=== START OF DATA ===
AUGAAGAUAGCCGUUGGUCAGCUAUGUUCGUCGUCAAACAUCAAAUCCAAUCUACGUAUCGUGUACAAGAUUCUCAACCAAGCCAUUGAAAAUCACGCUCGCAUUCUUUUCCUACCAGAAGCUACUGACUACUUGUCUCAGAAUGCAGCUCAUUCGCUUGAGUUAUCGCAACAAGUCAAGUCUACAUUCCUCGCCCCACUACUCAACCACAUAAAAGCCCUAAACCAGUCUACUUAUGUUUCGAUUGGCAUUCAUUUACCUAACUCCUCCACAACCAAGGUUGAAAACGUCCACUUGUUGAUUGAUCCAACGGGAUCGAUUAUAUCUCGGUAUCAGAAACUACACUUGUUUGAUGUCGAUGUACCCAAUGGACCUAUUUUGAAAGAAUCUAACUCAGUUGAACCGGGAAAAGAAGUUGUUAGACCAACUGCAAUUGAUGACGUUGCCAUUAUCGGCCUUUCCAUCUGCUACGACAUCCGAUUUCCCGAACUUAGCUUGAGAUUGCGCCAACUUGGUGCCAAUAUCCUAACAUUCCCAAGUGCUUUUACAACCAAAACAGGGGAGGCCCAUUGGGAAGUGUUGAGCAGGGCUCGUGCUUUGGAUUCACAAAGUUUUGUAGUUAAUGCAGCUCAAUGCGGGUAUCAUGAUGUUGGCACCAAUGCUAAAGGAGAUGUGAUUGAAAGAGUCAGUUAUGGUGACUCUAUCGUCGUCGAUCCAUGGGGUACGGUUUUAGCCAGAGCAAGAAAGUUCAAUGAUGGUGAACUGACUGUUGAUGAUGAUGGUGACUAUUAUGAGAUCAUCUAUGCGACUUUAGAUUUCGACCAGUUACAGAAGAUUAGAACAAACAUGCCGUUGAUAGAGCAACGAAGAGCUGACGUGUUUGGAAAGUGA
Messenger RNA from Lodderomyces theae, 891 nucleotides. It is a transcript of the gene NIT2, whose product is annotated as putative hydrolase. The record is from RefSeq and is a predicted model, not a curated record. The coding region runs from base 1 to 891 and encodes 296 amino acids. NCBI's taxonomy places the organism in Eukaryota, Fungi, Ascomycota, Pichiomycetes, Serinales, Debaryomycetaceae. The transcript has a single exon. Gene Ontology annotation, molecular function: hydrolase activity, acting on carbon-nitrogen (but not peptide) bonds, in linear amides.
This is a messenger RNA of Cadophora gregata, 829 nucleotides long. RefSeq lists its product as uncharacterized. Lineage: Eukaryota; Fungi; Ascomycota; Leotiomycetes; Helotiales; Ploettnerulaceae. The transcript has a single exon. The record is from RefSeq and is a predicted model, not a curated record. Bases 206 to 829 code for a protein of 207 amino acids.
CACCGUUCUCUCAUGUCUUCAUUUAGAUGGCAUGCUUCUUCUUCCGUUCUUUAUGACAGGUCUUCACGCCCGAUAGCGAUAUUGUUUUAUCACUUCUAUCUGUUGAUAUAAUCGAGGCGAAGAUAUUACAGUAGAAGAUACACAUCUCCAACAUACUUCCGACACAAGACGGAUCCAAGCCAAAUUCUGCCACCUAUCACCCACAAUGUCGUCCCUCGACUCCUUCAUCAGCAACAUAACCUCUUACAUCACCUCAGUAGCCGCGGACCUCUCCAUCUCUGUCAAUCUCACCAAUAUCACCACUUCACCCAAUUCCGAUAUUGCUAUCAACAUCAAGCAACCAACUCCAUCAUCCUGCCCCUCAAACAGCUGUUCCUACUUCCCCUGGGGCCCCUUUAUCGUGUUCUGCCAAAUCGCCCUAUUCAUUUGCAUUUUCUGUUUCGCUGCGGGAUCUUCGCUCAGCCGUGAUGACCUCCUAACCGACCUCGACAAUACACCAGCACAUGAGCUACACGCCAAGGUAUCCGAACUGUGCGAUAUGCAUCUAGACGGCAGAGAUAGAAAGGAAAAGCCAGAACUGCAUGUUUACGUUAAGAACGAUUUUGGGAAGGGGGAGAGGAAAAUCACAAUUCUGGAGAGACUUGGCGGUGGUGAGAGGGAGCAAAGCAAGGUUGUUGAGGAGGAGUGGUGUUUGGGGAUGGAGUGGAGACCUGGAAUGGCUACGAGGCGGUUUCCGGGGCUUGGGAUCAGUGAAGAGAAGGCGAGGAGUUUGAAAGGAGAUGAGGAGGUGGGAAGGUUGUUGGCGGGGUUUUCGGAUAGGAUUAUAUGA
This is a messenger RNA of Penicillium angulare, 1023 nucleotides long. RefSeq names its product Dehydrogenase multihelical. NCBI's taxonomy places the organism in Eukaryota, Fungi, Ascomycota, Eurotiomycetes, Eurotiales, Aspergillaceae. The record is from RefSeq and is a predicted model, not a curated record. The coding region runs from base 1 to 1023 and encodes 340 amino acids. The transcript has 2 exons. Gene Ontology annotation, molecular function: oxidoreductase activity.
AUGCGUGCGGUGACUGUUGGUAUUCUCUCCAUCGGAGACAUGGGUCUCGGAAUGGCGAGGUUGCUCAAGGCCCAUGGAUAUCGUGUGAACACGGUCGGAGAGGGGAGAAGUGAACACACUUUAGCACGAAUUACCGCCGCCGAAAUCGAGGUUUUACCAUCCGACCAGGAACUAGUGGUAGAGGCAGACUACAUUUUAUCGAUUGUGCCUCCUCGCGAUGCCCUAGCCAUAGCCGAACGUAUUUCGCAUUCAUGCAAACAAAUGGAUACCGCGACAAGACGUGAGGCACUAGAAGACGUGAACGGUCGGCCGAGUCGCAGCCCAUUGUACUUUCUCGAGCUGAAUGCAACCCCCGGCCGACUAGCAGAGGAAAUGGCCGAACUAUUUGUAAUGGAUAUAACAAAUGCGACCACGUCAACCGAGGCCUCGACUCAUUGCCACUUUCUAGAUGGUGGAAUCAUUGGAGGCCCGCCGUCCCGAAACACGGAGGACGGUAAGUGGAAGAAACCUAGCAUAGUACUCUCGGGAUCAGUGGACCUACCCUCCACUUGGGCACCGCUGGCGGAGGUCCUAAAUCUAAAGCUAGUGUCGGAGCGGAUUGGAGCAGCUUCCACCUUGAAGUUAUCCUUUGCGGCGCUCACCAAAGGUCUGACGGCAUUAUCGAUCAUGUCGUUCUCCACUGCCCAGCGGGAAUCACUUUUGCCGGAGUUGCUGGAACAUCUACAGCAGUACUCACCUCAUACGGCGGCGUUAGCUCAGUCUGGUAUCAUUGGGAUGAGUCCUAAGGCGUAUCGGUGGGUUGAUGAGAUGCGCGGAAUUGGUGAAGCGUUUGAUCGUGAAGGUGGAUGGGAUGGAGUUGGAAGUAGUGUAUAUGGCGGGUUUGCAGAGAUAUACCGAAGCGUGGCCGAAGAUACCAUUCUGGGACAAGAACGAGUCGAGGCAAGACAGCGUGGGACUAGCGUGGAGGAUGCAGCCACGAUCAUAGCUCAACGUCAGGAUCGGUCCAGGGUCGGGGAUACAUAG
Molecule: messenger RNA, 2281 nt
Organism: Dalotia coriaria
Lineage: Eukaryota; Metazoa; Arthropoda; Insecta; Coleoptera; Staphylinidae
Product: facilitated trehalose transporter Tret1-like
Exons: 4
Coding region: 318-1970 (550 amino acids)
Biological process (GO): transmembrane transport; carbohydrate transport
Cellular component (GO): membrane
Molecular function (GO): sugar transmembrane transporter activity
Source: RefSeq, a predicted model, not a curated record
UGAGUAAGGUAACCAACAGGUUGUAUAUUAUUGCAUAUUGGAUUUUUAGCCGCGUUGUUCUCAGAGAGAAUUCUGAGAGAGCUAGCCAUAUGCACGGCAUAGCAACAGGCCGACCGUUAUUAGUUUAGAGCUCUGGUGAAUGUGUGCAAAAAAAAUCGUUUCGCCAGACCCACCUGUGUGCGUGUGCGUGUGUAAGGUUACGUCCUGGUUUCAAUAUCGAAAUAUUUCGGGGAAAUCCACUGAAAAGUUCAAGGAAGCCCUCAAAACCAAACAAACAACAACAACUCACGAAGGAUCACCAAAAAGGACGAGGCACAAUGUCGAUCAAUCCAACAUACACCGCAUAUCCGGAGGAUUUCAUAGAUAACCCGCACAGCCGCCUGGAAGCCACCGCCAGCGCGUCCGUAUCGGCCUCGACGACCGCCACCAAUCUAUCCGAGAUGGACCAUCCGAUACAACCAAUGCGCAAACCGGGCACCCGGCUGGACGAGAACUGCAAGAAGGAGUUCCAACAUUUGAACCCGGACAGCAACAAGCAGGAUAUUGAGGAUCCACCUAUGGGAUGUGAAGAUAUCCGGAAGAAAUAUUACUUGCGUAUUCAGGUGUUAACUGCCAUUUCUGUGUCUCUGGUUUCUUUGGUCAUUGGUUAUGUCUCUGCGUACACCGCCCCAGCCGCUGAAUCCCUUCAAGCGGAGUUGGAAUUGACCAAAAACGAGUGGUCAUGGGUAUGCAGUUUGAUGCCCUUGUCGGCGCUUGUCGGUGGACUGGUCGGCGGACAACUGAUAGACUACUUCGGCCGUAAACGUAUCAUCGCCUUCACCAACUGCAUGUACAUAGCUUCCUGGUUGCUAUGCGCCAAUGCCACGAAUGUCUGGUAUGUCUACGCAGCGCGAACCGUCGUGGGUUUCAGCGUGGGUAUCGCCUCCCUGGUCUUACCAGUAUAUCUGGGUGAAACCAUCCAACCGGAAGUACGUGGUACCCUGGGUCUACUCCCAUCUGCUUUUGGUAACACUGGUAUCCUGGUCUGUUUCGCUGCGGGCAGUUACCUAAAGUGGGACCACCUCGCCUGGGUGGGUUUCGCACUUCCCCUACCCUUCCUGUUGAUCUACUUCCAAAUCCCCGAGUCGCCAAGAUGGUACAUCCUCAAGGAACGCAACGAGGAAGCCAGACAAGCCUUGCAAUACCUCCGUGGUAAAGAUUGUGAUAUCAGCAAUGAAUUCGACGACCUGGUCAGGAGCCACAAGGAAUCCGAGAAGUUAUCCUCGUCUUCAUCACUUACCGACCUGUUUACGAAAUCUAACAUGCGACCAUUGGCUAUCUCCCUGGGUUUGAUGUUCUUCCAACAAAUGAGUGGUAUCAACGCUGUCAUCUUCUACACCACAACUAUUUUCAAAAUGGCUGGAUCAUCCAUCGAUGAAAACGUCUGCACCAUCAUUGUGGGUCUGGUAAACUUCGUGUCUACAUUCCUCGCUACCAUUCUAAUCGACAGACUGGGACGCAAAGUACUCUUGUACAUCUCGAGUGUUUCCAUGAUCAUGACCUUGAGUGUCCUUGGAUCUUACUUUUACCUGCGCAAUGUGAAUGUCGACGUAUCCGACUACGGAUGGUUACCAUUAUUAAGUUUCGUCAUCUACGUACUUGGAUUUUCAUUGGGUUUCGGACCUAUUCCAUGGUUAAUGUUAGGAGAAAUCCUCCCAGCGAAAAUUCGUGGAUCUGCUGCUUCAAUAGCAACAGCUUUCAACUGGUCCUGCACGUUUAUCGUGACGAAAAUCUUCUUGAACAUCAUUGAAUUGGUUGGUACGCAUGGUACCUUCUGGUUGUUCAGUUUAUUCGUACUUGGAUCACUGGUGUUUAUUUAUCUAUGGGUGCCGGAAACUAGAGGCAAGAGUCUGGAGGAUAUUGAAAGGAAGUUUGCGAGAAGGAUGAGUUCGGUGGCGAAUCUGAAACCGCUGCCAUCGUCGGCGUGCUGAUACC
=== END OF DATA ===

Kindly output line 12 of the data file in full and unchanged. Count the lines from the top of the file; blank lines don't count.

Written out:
Coding region: 318-1970 (550 amino acids)